Lawnmowers cause a surprisingly high amount of damage, especially to younger kids. In fact, tens of thousands of people are hospitalized each year due to injuries as a result of lawnmowers. If an accident occurs with a lawnmower on your property, can you expect coverage from your homeowners insurance? There are some aspects of lawn mower accidents that are covered by home insurance, but it won’t cover damage to you or the people living in your home. However, it will cover accidental damage done to your property, or to guests that are on your property, such as people hired to tend to your lawn. When damage occurs to guests, then coverage of their medical expenses (or legal expenses if they file a lawsuit) would fall under liability insurance.
Liability Insurance Covers Legal and Medical Costs You Are Liable For
When someone gets injured on your property, or due to your property, you are at risk of being held responsible for the costs associated with their medical bills, as well as other damages should they decide to file a lawsuit against you. Your insurance has a section for liability, for situations such as these. Your liability insurance will only protect against accidental scenarios, which not only means that intentional acts of harm won’t be covered but harm as a result of neglect will also not be covered, which means that if you knew that your lawn mower was dangerously malfunctioning (or the cause of injury was due to a lawn mower problem that you neglected to fix), then your insurance will not cover any costs associated with that.
The amount of personal liability coverage will change from policy to policy, and is typically negotiated; coverage amounts range from $100,000 to $500,000, with $300,000 being the usual amount. Typically, the higher your net worth, the higher you’ll want your personal liability coverage. Another aspect worth noting about liability insurance is that it won’t cover damage from vehicles. This can be relevant in the case of a ride-on lawn mower: homeowners insurance will typically only insure motor vehicles that go slower than a set speed, typically 25mph to 35mph. You might see your claim denied if your lawn mower can go to a higher speed.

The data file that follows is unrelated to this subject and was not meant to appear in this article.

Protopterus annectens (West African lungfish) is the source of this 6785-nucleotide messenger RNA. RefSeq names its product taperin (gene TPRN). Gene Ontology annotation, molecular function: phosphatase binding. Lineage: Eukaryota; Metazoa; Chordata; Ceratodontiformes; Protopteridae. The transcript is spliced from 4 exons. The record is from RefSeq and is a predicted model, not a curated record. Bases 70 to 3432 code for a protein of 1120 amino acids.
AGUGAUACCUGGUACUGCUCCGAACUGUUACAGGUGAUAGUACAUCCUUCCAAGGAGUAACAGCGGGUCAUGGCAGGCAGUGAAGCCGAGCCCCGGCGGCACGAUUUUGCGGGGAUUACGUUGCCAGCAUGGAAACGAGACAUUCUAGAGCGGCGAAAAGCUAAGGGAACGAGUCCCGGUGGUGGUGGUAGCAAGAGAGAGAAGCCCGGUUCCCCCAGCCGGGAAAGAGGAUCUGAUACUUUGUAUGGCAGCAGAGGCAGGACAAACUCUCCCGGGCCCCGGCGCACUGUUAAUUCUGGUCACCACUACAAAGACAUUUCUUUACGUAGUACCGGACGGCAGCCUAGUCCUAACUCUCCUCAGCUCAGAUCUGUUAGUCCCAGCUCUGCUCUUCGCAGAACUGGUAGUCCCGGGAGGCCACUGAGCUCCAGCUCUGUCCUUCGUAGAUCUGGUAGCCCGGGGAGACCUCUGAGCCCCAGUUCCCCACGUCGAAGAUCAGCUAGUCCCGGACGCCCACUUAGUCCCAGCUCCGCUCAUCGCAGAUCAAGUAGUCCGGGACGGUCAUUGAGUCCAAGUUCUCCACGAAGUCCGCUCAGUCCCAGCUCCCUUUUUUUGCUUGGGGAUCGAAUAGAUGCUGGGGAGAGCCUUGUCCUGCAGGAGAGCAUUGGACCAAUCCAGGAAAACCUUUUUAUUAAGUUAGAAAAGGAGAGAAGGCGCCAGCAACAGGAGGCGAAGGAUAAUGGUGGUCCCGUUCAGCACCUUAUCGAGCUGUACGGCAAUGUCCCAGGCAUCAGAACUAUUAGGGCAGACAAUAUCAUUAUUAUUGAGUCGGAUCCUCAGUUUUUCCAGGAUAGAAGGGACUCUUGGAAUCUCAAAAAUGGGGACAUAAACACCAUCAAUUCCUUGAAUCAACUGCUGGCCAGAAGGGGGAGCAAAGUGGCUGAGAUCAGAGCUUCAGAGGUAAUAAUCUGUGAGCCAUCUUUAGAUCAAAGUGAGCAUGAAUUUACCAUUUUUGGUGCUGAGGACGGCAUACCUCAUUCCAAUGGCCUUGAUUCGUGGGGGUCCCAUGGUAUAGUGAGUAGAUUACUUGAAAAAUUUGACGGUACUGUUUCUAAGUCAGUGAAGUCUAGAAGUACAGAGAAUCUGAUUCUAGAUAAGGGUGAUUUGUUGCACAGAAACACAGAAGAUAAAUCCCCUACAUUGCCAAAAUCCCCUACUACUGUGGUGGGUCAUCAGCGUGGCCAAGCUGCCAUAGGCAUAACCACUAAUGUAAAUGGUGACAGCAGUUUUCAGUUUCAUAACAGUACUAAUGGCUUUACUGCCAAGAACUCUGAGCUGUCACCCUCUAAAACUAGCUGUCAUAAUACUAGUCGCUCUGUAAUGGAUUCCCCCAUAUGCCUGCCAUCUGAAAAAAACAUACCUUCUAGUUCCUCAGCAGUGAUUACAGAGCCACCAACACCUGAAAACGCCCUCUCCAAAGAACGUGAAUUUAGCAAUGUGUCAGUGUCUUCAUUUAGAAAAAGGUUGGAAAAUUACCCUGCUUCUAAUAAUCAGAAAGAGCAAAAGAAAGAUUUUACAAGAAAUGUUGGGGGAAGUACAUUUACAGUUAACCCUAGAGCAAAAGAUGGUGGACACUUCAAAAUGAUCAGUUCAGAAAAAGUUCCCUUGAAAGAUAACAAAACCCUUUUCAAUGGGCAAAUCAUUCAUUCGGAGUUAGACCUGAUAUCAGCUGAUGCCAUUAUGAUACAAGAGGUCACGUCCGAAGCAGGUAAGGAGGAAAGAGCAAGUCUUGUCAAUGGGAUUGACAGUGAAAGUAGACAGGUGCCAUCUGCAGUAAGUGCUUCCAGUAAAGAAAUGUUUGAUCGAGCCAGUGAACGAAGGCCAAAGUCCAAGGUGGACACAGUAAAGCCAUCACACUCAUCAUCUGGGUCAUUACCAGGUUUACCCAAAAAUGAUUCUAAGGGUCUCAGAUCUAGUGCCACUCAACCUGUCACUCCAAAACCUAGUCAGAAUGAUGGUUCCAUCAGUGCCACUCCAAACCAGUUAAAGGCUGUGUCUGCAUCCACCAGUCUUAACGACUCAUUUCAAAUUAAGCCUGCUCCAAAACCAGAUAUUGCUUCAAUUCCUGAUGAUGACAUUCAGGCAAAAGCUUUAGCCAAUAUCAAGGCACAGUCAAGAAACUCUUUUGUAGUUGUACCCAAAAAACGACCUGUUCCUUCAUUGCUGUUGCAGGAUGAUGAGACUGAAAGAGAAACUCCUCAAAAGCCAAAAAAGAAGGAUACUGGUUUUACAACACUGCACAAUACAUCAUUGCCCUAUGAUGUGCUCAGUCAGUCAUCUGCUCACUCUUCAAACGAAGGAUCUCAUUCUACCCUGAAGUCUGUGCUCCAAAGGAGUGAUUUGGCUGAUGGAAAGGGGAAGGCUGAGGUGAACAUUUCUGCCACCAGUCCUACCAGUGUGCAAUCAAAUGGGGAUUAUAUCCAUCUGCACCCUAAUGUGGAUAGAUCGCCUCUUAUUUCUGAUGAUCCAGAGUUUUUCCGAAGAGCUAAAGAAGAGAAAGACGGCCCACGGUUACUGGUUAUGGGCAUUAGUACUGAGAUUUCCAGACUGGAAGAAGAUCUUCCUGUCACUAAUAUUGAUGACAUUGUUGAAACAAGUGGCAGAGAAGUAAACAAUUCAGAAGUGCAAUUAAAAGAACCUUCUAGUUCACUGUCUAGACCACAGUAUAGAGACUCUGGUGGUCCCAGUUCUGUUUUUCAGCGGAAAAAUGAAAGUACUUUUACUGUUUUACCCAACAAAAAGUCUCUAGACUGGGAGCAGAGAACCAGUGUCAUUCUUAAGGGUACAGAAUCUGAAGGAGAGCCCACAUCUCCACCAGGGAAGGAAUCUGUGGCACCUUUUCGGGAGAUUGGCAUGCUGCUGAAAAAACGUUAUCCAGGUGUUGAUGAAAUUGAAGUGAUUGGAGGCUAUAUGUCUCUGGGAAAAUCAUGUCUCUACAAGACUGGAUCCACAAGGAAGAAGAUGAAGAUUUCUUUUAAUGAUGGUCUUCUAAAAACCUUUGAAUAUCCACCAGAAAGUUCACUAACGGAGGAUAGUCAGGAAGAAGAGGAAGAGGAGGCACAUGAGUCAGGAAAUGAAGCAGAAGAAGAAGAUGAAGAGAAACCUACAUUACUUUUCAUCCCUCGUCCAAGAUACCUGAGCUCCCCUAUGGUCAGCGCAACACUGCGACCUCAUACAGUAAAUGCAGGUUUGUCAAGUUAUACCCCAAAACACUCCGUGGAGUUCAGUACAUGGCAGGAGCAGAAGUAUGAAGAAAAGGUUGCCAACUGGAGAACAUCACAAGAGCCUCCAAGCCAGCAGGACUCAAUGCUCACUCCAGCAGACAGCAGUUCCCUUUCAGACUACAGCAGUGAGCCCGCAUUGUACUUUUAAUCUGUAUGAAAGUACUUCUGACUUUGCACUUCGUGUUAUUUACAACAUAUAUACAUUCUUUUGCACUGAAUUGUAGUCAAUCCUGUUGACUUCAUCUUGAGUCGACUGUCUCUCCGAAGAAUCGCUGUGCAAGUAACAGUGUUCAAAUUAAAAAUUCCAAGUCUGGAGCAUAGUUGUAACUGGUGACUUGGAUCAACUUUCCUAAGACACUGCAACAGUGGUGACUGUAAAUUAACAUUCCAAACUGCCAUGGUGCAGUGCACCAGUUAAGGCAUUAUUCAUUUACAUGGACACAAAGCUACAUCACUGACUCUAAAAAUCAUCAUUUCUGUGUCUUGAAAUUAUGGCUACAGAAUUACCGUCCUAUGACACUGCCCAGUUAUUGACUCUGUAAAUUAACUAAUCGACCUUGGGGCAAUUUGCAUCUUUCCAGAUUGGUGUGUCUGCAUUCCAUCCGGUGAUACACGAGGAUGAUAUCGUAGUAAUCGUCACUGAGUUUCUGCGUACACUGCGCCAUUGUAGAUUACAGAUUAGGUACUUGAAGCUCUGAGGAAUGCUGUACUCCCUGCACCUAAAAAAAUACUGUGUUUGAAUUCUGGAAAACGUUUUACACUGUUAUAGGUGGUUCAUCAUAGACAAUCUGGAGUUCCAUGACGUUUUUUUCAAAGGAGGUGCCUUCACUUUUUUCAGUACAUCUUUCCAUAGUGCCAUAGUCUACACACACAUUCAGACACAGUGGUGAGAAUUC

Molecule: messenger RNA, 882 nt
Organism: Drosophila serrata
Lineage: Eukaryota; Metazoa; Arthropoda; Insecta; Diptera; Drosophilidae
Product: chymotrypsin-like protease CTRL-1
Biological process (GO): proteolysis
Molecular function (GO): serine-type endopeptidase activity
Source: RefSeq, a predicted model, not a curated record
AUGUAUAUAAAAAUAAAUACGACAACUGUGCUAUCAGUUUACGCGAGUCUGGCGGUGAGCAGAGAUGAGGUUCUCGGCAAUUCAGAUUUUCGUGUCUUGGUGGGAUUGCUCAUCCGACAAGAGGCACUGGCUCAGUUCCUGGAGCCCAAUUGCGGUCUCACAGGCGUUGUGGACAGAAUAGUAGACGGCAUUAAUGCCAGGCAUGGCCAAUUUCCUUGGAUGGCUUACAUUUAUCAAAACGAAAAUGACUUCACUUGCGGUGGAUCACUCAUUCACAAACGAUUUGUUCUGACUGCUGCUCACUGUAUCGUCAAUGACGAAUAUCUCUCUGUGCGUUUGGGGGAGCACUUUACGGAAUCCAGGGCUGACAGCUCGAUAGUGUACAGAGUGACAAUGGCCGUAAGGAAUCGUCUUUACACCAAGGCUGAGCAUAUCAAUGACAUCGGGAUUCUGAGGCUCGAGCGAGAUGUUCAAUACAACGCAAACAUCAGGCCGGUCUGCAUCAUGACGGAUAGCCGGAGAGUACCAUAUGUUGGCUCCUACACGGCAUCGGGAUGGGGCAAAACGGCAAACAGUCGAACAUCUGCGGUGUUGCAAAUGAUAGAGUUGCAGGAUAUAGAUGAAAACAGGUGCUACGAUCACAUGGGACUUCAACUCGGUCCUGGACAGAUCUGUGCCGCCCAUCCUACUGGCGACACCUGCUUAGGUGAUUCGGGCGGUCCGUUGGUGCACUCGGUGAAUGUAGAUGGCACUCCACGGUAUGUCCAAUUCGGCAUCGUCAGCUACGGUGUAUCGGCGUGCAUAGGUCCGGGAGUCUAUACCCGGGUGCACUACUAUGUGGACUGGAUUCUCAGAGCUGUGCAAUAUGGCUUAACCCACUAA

When It Comes to the Lawn Mower Itself, It May Be Covered by Your Insurance
Just as personal liability is a section of your insurance with its own rules governing situations of homeowner liability, personal property protection is another section that deals with situations regarding your personal property, including things like furniture, appliances, electronics, and more importantly lawn mowers. If an accident occurs, and your lawn mower breaks, your personal property protection might cover your lawn mower, depending on which type of policy you have. The two most common types of homeowners insurance policies are known as HO-3 and HO-5. They mainly differ in how they deal with personal property; an HO-3 will only cover a limited list of perils, whereas an HO-5 will cover all perils, except those explicitly named in a list of uncovered perils. If you have an HO-5 policy, you can expect accidents relating to your actual lawn mower to be covered, although note that there are plenty of common types of damage that won’t be covered, whether your policy is HO-3 or HO-5.
Your Insurance Considers Claims in Terms of Perils
A peril is any event that is damaging to your property. Your insurance will generally split perils into two categories, perils that are covered and perils that are uncovered. Covered and uncovered perils will change depending on the section of your homeowners insurance. For example, the covered perils for your actual home, also known as your dwelling coverage, can be different from the coverage that your personal property will have, especially if you have an HO-3 policy. Regardless of which policy type you have, there are a common set of perils that won’t be covered. For example, simple wear and tear will not be covered, meaning that if there is a mechanical failure of your lawn mower due to age, your insurance will likely not cover the cost of replacing or maintaining it. It’s imperative that you take steps to reduce the risk of your lawn mower damaging people or property. So the best thing you can do is to stay proactive and keep your lawn mower well maintained, and make sure to only let experienced people use your lawn mower.